4. No transition to sleep: Many babies fall asleep much easier when they have a transition from being awake to going to sleep. It is sometimes hard for a baby, who is playing and socializing with you one minute, to be put down for a nap or bed the next. This is why winding down and having a sleep routine are so important! A sleep routine helps your baby to get into a relaxed state, psychologically and physiologically preparing him for sleep. For example, perhaps as you change your baby into his pajamas, you give him a little body massage and play a couple of minutes of relaxing lullaby music. Next you and your baby say good night to the room. “Good night moon, good night room, good night kitty cat, good night mommy, good night daddy, etc. As you turn off the lights, you put on some white noise, place your baby in his crib, and say, “I love you. Night-night.”
One note here. I have found that many parents will read their babies books as part of their bedtime routine. While reading to your baby is a wonderful engaging activity and helps encourage speech and language development, I often find that for a baby, it can be too stimulating as part of their bedtime routine. Don’t get me wrong. I love reading books to babies, but I prefer them as a daytime activity that babies can really enjoy and engage in. Once your baby is a more developed toddler, then reading a bedtime story where the two of you can cuddle up together is pure heaven! Of course, there are always exceptions to this rule, and if you feel that your baby tolerates the bedtime story well, by all means, enjoy the ritual. If, however, you see signs of overstimulation after reading a bedtime story, incorporate it as a daytime activity and reintroduce it at nighttime when your little one is a bit older.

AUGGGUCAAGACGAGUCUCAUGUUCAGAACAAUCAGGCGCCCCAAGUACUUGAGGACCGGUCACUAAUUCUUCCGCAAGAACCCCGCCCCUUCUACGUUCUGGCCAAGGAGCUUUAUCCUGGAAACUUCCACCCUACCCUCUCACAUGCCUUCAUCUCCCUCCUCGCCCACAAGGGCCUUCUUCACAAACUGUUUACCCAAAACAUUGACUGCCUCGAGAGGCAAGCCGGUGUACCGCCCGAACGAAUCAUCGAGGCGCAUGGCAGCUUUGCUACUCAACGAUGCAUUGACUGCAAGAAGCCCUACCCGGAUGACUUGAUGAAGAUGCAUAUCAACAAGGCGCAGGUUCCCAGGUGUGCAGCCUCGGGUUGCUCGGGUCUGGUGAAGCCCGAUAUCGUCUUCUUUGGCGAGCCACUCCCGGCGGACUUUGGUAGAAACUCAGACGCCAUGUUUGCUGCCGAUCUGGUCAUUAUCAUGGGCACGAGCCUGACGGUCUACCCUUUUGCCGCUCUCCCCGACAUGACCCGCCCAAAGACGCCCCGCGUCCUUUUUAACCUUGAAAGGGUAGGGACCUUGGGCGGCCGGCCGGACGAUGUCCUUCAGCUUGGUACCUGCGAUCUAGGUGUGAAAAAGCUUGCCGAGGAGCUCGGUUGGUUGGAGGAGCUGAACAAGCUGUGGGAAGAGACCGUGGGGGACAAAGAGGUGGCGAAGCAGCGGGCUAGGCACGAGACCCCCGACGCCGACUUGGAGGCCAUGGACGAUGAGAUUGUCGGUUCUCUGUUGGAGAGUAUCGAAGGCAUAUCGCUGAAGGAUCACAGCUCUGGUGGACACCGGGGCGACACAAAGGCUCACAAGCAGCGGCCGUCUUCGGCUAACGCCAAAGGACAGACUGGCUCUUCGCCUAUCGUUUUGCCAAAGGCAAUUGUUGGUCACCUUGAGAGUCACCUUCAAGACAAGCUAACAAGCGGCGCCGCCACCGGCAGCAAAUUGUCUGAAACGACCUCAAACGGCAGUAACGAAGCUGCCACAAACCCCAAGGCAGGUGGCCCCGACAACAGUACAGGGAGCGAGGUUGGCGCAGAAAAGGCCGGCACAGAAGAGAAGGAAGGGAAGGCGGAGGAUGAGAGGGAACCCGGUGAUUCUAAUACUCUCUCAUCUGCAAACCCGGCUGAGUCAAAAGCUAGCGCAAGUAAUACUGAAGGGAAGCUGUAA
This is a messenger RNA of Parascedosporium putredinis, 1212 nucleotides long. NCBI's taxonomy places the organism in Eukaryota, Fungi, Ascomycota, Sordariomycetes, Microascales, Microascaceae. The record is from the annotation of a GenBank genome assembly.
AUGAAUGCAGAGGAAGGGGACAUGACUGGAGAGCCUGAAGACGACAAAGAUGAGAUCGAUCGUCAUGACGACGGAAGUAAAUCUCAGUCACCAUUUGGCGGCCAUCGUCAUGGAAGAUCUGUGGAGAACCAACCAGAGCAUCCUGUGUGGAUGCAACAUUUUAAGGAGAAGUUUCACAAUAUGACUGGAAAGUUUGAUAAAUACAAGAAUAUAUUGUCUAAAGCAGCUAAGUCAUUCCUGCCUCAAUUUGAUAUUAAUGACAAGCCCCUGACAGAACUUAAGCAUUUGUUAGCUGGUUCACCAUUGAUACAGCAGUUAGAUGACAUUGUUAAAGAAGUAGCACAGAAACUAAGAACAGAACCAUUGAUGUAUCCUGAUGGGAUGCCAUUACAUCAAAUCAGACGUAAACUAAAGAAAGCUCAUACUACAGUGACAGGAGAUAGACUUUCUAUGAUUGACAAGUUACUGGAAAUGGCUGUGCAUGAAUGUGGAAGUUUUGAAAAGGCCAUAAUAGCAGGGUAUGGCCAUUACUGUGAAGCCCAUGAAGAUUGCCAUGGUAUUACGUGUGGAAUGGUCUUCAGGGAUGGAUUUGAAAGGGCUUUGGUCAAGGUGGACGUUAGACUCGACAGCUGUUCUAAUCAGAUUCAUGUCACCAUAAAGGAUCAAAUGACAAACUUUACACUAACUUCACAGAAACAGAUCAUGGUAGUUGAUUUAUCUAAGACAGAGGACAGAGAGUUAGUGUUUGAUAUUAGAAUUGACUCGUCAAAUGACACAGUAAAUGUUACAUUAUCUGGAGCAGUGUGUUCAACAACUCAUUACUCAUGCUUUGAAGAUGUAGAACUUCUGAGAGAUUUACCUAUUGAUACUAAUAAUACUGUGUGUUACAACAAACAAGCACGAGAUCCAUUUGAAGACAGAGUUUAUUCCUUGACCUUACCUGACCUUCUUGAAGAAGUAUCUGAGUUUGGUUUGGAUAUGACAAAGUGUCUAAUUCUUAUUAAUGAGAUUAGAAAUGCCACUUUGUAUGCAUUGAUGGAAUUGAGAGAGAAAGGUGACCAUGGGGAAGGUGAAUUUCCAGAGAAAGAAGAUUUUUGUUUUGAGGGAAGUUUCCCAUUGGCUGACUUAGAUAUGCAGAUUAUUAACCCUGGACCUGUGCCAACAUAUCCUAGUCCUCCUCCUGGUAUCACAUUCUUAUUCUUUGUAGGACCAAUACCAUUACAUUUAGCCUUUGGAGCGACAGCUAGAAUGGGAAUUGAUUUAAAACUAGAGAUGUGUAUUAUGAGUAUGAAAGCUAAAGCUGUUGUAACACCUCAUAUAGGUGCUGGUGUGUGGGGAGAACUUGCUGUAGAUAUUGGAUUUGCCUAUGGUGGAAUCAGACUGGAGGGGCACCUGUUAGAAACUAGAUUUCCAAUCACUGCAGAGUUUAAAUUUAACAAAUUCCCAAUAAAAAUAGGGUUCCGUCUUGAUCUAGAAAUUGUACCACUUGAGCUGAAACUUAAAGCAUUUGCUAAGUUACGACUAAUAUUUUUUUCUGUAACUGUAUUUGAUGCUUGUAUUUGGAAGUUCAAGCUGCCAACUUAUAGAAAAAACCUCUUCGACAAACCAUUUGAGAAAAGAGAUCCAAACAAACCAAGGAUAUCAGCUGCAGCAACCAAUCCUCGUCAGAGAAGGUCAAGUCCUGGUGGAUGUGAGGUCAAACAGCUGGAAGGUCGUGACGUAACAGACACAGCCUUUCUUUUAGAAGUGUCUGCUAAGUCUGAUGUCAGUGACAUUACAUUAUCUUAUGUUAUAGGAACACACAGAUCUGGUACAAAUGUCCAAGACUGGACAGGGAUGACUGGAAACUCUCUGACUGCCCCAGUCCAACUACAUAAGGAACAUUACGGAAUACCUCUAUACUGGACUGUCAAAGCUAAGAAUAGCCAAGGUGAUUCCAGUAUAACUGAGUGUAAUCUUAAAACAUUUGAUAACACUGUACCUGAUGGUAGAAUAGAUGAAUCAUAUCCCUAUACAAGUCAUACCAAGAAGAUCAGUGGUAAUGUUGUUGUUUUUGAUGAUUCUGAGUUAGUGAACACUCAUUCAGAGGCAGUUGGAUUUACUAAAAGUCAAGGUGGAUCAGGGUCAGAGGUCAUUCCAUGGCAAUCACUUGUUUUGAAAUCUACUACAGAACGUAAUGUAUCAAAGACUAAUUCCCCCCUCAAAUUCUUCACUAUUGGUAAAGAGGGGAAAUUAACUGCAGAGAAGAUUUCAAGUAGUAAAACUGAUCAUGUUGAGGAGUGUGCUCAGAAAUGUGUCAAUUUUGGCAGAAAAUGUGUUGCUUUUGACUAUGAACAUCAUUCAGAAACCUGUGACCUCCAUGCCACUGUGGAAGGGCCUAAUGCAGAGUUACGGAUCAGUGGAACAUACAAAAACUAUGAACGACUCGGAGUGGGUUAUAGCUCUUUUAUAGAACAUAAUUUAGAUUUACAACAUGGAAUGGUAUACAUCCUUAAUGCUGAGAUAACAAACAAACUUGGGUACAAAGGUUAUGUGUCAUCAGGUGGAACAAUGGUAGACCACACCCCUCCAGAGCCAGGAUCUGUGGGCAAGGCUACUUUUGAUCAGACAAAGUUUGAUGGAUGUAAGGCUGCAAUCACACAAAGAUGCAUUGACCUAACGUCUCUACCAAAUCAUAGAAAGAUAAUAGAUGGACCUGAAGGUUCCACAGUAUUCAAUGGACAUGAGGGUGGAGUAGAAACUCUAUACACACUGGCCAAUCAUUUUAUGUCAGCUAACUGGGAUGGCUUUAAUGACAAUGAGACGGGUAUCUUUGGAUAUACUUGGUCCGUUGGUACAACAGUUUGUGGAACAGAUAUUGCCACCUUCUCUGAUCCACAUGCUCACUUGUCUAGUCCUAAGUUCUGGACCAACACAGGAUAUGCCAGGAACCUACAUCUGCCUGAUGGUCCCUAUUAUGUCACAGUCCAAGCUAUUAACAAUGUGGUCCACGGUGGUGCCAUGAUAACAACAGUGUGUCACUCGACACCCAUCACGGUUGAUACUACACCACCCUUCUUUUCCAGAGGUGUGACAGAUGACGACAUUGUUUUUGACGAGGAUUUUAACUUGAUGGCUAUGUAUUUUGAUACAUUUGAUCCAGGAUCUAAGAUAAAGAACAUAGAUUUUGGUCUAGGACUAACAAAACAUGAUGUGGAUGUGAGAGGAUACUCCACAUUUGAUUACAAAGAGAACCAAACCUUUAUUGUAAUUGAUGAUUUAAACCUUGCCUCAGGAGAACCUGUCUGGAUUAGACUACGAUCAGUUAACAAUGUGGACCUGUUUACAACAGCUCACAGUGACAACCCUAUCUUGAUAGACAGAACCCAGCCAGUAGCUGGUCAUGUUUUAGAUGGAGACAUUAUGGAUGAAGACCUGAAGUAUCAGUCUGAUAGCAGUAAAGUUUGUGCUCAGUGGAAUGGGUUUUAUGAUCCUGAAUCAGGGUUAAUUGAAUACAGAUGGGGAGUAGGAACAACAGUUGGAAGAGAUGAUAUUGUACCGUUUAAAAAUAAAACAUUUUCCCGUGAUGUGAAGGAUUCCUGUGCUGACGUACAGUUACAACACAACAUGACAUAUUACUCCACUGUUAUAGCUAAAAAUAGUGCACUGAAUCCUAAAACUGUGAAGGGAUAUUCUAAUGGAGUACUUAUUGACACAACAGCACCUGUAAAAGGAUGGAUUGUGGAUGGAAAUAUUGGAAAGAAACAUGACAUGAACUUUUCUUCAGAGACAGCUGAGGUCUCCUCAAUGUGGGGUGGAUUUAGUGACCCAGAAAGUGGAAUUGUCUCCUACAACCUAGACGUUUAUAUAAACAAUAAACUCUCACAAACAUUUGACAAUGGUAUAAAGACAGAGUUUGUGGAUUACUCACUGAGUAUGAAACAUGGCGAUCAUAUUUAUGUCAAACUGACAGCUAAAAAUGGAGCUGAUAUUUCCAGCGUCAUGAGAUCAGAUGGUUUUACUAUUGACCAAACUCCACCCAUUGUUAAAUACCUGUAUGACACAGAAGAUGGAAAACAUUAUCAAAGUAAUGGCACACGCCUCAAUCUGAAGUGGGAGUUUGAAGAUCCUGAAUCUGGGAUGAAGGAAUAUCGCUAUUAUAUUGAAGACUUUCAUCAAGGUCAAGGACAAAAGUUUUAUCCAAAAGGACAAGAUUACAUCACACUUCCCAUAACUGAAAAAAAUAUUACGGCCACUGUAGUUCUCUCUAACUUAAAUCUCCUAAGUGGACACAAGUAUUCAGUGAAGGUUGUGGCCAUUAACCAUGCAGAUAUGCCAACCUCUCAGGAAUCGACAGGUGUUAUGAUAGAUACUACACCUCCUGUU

5. Negative sleep associations: Although sleep cycles in babies are not quite the same as adults, all human beings will have periods during their sleep cycle when they awaken. They will also have periods where they are not likely to wake up (during deep sleep) and periods where they are more susceptible to waking up (during light sleep). So if you think back to before you had your baby, when you went to bed at 11pm and slept straight through until 7am the next morning (the glory days), you actually did wake up several times during the night as part of your sleep cycle, but you may not have realized that you had awoken, or you may remember briefly waking and re-adjusting your pillow, or changing position, but then going right back to sleep. We all tend to wake up briefly after an episode of dreaming, and at that moment we are sensitive to anything amiss in our environment.